Whether you call it Cinsault or prefer the variant spelling Cinsaut (both are OK, but I like the former best), there’s no doubt that this once-neglected red variety is flavour of the month in South Africa. Back in the 1920s this grape variety made 75% of South Africa’s red wines, but until recently it had been gradually diminishing in importance. From the 1970s onwards, winegrowers’ heads were tilted by the Bordeaux varieties Merlot and Cabernet Sauvignon, and these grapes were increasingly planted while Cinsault became unfashionable. Although not fantastically suited to the warm Mediterranean-style climate of the western Cape, these Bordeaux varieties produced dark-coloured, sweetly fruited wines that met the expectations of consumers, as the wine world became seduced by big red wines. 30 years of decline in Cinsault followed.

 But fashions change, and now people are beginning to celebrate somewhat fresher, lighter, more elegant red wines, even though there will still be a market for the bigger, riper reds. This is good news for Cinsault, and the 1900 hectares of this variety that remain. One of its strengths as a variety is that it performs so well in hot, dry conditions. I remember walking through a block of different grape varieties at Nederburg in Paarl, in a break between judging wines. It was March, and normally this block would have been picked in early February, but as it was a demonstration block showing lots of different varieties, the grapes had been left on the vine. The grapes on most of the vines were all dehydrated and shrivelled, but one vine still had lovely bunches of large, plum red grapes. This was Cinsault, which for some reason can deal well with hot conditions well. The large berries, slightly lighter in colour, show why Cinsault has a talent for making lighter, more refreshing wines.

 Eben Sadie’s Ou Wingerdreeks Pofadder is a varietal Cinsault from 50 year old bush vines growing on the western side of the Kasteelberg in the Swartland. This is the wine that started to change the fortune of Cinsault, and there are now quite a few ambitious varietal Cinsaults emerging in its wake.

 ‘Some people call it the poor man’s Pinot,’ says Donovan Rall, ‘but it’s not. It’s complex because we have lots of old vineyards.’ Donovan, who makes one the best Cinsaults out there, began working with the variety because he was drinking a lot of Beaujolais and lighter reds, and wanted to make something in this style. ‘Pofadder inspired me to try Cinsault, and it’s a good grape for a white wine maker,’ he says. ‘They handle it softer. It is what it is.’ He thinks that Cinsault expresses regionality, and it’s not all the same. ‘Stellenbosch tannins are very different: they are much more square. In Swartland and Darling you have to work to get tannins.’ Mick Craven also thinks it’s sensitive to site. He suggests that Swartland makes more savoury and earthy examples, while Stellenbosch gives more prettiness and aromatics.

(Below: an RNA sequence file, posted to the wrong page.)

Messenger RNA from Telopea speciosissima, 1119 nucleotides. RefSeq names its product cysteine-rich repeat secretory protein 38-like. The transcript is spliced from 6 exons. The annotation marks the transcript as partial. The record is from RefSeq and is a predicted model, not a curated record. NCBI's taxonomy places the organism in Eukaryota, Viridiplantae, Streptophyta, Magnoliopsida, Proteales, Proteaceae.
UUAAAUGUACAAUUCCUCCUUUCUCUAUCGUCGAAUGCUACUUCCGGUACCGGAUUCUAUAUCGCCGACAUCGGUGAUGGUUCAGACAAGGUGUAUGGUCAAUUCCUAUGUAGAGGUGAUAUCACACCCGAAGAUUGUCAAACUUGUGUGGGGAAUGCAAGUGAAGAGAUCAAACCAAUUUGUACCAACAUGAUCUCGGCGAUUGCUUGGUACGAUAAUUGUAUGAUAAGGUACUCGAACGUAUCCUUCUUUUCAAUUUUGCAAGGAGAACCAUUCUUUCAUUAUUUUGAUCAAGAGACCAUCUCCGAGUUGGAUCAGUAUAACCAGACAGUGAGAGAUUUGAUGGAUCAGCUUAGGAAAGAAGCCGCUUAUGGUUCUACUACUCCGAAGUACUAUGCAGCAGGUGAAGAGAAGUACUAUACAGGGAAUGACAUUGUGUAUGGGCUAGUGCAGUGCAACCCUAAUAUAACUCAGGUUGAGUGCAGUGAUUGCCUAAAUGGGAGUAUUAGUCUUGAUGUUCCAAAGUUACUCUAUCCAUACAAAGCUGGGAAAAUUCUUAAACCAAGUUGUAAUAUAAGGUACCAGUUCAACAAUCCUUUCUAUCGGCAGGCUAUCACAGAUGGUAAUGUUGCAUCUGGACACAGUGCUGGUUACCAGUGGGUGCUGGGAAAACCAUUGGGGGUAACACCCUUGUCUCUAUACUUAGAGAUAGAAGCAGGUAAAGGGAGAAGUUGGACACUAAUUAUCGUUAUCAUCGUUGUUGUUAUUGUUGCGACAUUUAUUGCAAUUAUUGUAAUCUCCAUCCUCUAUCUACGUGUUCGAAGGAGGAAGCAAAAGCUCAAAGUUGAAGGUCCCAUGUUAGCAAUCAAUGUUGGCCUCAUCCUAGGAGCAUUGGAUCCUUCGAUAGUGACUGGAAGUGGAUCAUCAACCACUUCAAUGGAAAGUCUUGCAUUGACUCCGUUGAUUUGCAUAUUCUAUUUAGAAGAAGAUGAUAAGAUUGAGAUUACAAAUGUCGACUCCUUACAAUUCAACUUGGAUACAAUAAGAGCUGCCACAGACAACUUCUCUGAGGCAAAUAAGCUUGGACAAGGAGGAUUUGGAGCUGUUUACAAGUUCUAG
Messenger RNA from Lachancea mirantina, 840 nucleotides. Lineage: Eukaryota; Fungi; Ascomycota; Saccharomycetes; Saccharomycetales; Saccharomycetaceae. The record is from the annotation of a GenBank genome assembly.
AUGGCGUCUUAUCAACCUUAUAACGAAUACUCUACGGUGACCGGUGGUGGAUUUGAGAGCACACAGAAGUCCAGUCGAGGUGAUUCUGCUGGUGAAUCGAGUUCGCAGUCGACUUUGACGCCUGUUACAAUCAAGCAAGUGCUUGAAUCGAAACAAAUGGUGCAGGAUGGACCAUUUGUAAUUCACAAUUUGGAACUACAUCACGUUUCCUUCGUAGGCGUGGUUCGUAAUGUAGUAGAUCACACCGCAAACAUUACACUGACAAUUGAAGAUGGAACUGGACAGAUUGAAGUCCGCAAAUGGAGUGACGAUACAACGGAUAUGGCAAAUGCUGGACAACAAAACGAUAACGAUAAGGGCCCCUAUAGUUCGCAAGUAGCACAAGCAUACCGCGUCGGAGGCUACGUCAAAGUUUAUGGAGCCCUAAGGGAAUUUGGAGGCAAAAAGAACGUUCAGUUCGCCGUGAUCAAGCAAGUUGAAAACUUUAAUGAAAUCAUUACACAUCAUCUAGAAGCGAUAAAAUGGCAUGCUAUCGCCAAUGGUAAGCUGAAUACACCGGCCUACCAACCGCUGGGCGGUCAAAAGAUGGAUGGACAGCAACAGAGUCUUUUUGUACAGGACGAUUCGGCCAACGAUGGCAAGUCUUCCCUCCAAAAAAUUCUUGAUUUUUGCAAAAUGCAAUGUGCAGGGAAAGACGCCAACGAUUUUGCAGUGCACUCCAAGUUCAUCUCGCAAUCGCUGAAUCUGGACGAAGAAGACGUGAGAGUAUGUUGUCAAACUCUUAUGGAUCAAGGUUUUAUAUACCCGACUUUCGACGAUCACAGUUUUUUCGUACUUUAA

Adi Badenhorst is also a fan. ‘I love Cinsault,’ he says. ‘We have planted quite a lot. We’re planting 7 hectares of it, as bush vines, individually staked.’ Adi says that he sees a huge difference in expression between young vines and old vines, but one thing he really appreciates is that Cinsault gives decent yields.

 Perhaps no one takes Cinsault as seriously as Alexander Milner of Natte Valleij, who makes five different examples. He recalls how as a student his viticulture professor told him not to bother reading the section in the text book about Cinsault, ‘because it is not important to us.’ And when he started working with Cinsault in 2011 no one could tell him much about the variety. He became so interested that in 2014 he started working with seven different blocks. ‘Cinsault expresses itself very differently according to the site,’ he says. ‘We use eggs and large format old oak because we don’t want to influence the wines too much.’

 And Thinus Krüger of FRAM thinks that Cinsault should be allowed to express its own personality. ‘I don’t think people should make too big of a thing about it. Don’t over complicate it,’ he advises. ‘They shouldn’t try to make 100 serious Cinsaults and mess up 90, but rather make 100 drinkable ones, and in the process makes some great ones.’ Mick Craven agrees with this sentiment. ‘It’s an extremely important variety for South Africa. It won’t always make the most profound wines, but it makes great drinking wines. The best are serious but in a fresh way.’

  Welgegund  Cinsault 2017 Wellington, South Africa